U.S. researchers at Brandeis University are offering new insight into how the brain’s neural circuits are actually shaped by experience.
Getting our brains to wire up properly requires experience during an early critical period of development, and understanding the mechanisms of this experience-dependent plasticity is critical for understanding human development, its disorders, and for designing strategies that promote optimal cognitive development during early childhood, explained author and neuroscientist Gina Turrigiano.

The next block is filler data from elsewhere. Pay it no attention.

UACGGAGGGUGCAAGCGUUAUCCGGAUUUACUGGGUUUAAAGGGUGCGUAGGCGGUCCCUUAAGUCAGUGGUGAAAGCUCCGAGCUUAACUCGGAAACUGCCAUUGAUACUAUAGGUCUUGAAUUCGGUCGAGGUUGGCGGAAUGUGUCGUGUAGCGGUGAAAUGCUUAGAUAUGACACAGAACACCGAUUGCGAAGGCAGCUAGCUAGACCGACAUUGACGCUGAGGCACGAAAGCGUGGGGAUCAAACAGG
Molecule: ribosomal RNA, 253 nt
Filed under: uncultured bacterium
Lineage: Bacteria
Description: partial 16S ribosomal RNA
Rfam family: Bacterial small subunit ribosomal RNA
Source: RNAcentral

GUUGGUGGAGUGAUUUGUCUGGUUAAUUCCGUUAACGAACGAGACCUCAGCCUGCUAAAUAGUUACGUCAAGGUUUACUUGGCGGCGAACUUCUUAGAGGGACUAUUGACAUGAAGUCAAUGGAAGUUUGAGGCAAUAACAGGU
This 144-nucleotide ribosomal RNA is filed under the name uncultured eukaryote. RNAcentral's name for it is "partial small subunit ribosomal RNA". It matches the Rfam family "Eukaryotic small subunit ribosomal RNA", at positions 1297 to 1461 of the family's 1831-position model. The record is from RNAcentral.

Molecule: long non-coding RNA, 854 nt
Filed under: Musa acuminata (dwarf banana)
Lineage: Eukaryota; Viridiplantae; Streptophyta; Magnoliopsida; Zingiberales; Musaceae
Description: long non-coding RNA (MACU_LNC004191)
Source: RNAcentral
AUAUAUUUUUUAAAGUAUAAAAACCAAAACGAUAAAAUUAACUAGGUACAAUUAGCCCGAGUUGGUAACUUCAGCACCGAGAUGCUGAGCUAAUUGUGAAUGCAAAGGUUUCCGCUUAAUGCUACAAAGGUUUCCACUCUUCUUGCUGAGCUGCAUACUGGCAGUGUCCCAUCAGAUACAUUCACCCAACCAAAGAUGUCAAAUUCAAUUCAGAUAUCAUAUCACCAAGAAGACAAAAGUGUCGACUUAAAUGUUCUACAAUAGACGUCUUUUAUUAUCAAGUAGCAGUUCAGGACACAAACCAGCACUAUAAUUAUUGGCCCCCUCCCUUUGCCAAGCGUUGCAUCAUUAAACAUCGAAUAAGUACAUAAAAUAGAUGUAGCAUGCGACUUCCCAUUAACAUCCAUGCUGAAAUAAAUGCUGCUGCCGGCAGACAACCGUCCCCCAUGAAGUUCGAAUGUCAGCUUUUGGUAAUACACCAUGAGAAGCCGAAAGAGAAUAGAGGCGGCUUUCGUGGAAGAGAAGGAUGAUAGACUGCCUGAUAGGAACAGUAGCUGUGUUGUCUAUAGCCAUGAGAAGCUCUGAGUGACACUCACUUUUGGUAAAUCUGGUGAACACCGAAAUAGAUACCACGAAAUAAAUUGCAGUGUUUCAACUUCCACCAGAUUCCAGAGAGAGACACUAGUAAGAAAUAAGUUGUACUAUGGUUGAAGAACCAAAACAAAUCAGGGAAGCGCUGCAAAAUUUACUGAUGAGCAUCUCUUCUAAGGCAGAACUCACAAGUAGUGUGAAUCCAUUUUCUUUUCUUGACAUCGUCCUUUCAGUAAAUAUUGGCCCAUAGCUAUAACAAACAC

Neuroscientists have long known the brain needs proper sensory stimulation to develop correctly and that experience can induce plastical changes in the functional architecture of sensory cortices.
In their new experiments, Turrigiano and colleagues explored the visual cortex circuit of young rats by recording electrical activity of neurons and their connections.
We have found an important and novel mechanism involved in the loss of function of cortical circuits, said co-author neurophysiologist Arianna Maffei. While our results directly apply to the loss of visual function secondary to sensory deprivation, they very likely represent a more general strategy for cortical networks to respond to experience.
The research is detailed in the current online edition of the journal Nature.